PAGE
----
CALL-Opossum Family in need?
The caller said she had an opossum in her trash can that had just given birth to 3 babies. The trash can had been emptied the day before. We had a simple solution...
With eyes not quite open, it is a good bet the nest was dug up by the dog who brought in this brush bunny. Shown are the 2 am feeding and sleepy bunny following the 8 am feeding... A big job!
If you came out last Friday to Tri County Wildlife Care's Wild About Wildlife Presentation, you were treated to some of our finest Wildlife Ambassadors! Our Education Animals! Here you see our Education Barn Owl!
DID YOU KNOW:
"A family of Barn Owls can consume about 1300 rats per year and 3000 rodents in a breeding season alone! It is for this reason the U.S. Fish and Wildlife Service stated that the barn owl is the most economically beneficial species to humans". (via The Hungry Owl Project) -What a wonderful, natural, green, form of rodent control! It's important to avoid harmful and poisonous, rodent control. Our raptors, who do a wonderful job of rodent control, can eat poisoned rodents and it ultimately results in a slow and painful death for the raptors. So lets let nature do it's thing! Mother Nature knows best!
Interested in having our Wildlife Ambassadors visit your school or organization? We'd love to see you!
-Since 2012, TCWC volunteers have made 62 school, scout, and event visits, reaching more than 6,800 people and half of them have been kids. Clearly, educating about the importance of wildlife and living in balance is important to us.
Education presentations are FREE, simply call 209-283-EAGL(3245) to schedule a session.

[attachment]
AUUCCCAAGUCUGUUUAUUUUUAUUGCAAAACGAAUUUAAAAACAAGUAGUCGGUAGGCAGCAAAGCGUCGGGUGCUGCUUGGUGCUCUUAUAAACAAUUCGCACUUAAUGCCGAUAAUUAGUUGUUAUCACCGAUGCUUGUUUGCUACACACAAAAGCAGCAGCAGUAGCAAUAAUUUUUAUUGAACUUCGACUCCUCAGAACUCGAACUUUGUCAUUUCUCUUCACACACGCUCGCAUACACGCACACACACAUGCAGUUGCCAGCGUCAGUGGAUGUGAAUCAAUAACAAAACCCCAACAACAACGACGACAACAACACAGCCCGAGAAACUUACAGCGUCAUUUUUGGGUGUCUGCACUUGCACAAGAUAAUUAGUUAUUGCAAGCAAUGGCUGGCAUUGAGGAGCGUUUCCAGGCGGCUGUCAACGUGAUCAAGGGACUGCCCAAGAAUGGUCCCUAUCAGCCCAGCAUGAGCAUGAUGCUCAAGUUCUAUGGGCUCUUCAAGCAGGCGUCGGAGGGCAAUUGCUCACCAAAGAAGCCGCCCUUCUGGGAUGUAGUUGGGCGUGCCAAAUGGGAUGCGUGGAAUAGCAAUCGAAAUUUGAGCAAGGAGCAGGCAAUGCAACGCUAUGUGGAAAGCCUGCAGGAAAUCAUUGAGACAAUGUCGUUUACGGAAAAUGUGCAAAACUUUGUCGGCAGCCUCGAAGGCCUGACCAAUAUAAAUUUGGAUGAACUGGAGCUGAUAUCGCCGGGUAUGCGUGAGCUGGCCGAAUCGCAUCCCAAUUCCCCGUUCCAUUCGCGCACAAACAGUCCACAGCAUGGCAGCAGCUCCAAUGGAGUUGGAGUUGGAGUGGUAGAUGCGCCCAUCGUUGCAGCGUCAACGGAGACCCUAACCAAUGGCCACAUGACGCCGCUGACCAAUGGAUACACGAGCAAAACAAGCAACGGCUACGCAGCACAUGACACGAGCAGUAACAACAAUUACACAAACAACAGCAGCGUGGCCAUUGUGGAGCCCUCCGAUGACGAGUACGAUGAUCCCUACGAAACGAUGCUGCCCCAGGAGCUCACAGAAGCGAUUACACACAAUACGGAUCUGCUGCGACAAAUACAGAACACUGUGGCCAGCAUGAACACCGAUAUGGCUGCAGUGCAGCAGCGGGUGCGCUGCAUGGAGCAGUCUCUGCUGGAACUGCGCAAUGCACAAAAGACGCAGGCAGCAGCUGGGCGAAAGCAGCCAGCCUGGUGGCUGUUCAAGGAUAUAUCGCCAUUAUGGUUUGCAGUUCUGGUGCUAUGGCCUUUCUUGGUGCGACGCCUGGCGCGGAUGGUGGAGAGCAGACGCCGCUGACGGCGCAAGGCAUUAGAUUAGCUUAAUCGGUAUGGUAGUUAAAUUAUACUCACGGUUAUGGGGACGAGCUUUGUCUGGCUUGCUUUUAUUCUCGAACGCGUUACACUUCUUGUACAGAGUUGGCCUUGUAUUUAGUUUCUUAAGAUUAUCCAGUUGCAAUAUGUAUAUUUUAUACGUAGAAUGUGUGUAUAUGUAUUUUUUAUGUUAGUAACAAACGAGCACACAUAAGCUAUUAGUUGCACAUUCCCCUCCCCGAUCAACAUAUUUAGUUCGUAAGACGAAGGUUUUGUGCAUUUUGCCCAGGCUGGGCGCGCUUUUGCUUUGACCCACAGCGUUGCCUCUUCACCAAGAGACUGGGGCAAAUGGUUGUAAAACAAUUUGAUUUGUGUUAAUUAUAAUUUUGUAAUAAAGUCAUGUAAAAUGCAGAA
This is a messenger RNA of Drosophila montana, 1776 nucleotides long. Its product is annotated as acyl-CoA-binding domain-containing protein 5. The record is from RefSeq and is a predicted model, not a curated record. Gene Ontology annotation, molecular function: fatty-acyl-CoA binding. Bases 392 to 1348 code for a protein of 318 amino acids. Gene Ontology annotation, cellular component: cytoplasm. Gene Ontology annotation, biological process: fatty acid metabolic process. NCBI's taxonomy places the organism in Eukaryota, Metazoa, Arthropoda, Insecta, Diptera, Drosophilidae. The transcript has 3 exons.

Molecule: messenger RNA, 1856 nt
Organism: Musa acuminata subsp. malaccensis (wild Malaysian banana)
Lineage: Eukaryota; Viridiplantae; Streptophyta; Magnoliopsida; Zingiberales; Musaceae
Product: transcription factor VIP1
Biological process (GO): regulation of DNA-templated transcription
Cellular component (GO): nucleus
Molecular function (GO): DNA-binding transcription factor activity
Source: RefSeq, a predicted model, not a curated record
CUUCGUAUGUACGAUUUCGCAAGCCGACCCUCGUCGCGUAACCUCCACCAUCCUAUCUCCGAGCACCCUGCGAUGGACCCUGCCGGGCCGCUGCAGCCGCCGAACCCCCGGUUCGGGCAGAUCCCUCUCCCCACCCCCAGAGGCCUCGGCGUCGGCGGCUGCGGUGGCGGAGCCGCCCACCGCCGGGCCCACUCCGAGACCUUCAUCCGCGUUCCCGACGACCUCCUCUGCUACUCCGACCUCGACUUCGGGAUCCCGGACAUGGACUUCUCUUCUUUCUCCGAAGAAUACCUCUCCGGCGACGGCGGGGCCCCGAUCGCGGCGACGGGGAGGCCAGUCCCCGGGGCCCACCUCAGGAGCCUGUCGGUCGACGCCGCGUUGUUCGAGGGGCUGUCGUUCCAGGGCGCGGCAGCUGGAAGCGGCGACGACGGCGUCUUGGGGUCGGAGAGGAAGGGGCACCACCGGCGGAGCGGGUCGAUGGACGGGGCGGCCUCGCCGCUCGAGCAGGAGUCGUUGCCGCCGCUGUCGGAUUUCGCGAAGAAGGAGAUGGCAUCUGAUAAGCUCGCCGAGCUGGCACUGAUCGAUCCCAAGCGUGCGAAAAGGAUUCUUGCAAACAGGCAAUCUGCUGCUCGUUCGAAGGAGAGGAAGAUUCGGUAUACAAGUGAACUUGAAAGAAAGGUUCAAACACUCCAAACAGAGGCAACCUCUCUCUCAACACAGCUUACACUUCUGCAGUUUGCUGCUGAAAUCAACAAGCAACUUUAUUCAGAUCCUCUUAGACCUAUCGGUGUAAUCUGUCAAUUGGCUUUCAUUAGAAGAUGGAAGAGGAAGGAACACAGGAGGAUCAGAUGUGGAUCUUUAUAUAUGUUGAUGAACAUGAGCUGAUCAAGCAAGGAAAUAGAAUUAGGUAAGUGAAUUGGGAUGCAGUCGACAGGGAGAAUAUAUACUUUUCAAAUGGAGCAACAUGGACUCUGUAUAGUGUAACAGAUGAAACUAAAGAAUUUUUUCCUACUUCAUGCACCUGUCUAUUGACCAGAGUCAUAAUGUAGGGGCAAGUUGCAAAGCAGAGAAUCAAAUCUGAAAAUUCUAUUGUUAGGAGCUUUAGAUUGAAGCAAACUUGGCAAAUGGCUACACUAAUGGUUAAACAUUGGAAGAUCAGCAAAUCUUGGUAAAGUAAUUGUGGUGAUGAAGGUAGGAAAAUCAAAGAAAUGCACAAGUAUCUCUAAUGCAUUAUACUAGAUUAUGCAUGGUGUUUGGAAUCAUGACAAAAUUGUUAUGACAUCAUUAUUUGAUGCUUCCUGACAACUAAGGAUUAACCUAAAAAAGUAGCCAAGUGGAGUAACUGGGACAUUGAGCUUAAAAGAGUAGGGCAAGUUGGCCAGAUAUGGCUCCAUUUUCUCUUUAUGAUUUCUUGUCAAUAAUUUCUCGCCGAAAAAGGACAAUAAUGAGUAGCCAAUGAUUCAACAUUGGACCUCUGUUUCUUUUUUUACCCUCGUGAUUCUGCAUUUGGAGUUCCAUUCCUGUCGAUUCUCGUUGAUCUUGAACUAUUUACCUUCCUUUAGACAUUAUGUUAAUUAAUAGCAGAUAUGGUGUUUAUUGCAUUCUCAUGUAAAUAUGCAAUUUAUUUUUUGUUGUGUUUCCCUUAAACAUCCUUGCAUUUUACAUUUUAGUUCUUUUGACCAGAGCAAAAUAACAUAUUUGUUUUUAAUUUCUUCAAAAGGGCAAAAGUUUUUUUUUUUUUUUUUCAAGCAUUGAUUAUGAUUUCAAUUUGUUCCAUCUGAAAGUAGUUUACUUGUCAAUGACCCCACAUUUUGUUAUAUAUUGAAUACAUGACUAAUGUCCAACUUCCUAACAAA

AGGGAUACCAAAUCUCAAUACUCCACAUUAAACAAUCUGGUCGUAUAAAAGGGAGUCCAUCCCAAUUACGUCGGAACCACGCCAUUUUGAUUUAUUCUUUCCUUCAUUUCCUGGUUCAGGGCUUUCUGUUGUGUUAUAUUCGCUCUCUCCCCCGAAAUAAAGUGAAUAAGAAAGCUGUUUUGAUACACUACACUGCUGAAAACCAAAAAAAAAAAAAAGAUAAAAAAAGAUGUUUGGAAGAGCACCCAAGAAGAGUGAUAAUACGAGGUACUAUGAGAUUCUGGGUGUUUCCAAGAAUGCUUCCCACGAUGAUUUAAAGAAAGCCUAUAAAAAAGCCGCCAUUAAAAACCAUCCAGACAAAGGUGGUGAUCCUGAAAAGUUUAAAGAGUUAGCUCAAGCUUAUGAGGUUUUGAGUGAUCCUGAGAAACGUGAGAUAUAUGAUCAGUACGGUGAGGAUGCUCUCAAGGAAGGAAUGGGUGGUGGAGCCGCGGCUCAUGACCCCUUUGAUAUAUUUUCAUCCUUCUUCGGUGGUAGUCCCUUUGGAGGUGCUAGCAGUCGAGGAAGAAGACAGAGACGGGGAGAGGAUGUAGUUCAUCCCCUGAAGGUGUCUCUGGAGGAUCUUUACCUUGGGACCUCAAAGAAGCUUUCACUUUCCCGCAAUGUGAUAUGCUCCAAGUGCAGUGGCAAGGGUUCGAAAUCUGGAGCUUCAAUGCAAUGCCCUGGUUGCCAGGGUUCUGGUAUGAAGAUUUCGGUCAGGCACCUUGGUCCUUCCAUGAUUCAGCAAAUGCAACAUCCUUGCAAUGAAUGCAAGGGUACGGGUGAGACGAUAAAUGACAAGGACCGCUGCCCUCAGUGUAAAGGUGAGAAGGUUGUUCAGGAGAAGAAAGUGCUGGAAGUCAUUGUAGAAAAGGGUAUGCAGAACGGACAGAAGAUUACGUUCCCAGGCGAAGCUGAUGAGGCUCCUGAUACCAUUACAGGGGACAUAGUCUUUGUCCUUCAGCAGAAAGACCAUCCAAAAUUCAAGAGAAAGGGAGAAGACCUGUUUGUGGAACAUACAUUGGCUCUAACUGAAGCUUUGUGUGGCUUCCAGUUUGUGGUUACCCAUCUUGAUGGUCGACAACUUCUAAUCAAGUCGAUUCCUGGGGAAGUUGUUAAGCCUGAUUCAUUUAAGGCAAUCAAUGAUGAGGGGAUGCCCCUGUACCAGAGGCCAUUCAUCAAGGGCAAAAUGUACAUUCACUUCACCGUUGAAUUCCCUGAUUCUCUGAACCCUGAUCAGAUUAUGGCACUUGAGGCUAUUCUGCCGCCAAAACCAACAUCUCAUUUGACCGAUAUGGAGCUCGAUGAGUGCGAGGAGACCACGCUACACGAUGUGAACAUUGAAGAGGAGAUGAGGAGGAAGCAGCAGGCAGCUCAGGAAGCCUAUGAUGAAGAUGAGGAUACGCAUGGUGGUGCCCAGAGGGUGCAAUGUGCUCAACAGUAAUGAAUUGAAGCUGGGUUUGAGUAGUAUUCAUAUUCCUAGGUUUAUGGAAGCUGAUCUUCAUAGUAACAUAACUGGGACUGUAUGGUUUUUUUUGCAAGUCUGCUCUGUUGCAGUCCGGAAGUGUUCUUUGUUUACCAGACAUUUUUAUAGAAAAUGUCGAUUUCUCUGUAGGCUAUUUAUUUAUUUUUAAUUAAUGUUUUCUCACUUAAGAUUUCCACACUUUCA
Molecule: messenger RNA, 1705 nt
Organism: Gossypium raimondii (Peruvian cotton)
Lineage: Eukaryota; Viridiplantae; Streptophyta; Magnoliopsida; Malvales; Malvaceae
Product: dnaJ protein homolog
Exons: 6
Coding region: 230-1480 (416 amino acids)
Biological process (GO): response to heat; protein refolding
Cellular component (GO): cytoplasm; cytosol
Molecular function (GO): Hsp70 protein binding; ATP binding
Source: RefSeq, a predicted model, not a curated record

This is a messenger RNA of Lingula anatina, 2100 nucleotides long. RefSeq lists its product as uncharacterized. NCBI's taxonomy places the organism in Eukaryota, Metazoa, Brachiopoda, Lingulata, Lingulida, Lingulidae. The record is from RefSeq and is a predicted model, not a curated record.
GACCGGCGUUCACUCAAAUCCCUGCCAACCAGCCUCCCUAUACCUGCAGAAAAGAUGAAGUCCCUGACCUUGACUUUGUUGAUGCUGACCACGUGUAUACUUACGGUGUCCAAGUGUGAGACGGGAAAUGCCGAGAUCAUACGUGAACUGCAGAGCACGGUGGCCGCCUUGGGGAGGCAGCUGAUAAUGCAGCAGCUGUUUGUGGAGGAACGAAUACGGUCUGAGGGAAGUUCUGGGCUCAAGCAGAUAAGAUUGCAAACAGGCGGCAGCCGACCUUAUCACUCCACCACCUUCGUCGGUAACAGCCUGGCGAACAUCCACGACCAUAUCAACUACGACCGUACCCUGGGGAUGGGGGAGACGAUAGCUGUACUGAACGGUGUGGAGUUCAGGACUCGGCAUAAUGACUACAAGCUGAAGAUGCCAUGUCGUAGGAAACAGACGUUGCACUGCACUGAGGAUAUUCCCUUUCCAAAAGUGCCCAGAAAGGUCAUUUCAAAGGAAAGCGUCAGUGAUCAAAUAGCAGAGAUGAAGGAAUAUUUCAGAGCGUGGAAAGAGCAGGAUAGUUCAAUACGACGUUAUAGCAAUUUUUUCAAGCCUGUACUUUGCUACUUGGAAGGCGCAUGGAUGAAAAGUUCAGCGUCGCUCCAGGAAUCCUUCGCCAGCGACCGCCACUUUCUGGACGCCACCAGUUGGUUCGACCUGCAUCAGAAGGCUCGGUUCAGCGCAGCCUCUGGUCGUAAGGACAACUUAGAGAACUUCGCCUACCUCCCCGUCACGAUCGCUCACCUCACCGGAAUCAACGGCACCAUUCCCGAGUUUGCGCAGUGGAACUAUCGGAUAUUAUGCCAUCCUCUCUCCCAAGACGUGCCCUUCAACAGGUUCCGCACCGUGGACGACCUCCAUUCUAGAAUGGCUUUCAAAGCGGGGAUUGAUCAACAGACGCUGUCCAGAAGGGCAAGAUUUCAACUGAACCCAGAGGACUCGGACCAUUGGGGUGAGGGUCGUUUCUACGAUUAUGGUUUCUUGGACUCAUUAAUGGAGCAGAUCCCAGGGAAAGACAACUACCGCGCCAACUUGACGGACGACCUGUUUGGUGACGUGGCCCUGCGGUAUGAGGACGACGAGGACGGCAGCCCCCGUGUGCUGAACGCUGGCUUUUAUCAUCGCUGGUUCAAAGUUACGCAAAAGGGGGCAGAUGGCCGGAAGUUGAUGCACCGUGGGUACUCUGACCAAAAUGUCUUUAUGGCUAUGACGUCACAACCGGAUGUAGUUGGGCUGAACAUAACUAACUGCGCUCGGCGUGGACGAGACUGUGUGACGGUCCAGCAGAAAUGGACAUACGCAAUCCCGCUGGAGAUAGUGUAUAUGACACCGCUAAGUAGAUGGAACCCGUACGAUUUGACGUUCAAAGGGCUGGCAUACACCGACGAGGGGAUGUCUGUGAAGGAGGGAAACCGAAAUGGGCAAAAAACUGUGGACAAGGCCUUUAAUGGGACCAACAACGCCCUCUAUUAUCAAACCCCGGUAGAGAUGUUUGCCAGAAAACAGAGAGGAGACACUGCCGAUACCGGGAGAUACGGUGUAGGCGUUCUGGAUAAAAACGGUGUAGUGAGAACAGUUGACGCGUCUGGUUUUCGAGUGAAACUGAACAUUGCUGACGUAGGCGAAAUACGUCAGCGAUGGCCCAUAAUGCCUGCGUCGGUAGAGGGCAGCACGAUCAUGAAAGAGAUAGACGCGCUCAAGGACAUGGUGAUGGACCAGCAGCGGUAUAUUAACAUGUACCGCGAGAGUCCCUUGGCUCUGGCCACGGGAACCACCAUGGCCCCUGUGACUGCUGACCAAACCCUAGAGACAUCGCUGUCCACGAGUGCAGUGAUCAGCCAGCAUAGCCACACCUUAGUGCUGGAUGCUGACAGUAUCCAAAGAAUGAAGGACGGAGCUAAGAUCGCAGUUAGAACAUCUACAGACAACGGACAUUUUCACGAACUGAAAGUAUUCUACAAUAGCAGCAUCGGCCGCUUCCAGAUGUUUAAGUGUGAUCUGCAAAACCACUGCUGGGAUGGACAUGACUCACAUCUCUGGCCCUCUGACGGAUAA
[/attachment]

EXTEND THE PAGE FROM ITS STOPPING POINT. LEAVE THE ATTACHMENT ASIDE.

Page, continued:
Davey is looking for his forever home! He is currently in the Twin Cedar K9 Second Chance Program.
Davey hails from the great people at the Calaveras Humane Society. Davey is just under 2 years of age and looks like he could be a Pointer cross. We have done a DNA test on him but do not have the results back yet. We will update you as soon as we truly know what he is. What we do know is… he is a wonderful, comical, friendly, energetic and fun loving kind of guy!! He seems to get along with everyone he meets, people and dogs alike! We have not tested him with cats but he has not reacted too much when our resident “Cadog”, that would be Gabby our Savannah cat that thinks she is a dog, has crossed his path!
Davey is coming along nicely with all of his obedience and he has been introduced to all of the basics. He went on his first pack walk this week but we have not taken him off lead yet. He had a blast playing in the water and running with the pack while he was on a long line. We will be taking him off lead in the next few days!
Davey is sharing one of our 100’ X 100’ runs with our Amador girl Fawn and they get along famously! They take turns chasing each other around the kennel and then they rest side by side sharing chew toys or bones. After a short rest, they are right back at a good game of chase!
Please give us a call or send an email if you would like to come out to Twin Cedar Ranch to meet this really cool dog!
209-223-3194 or email@example.com
If you came out last Friday to Tri County Wildlife Care's Wild About Wildlife Presentation, you were treated to some of our finest Wildlife Ambassadors! Our Education Animals, along with some from Sierra Wildlife Rescue! You may remember the tiny but ferocious Pygmy Owl. The SECOND smallest owl! In these photo you can see her face AND in the second, you can see her camouflage...it looks like her face, but it's the back of her head, which makes her blend very well into tree bark!
Please stay tuned for more photos from our Wild About Wildlife Presentation!
About the Northern Pygmy Owl:
The Northern Pygmy-Owl, like all Pygmy-Owls, is diurnal (active in the daytime). It is a small but very bold and ferocious predator that will attack prey more than twice its size.
An A-PAL Humane Society "Happily Ever Furafter Tail"
Prior to being adopted, Rascals was fostered by our very own Susan. Our foster families are invaluable and instrumental in finding these animals their Furever homes. If you would like to foster or are interested with questions, PLEASE CALL Judy at (209) 267-9050! There are many ways to help the homeless animals in Amador County, fostering is one of them! Together, we CAN save them all! From Rascals new, wonderful, furever family: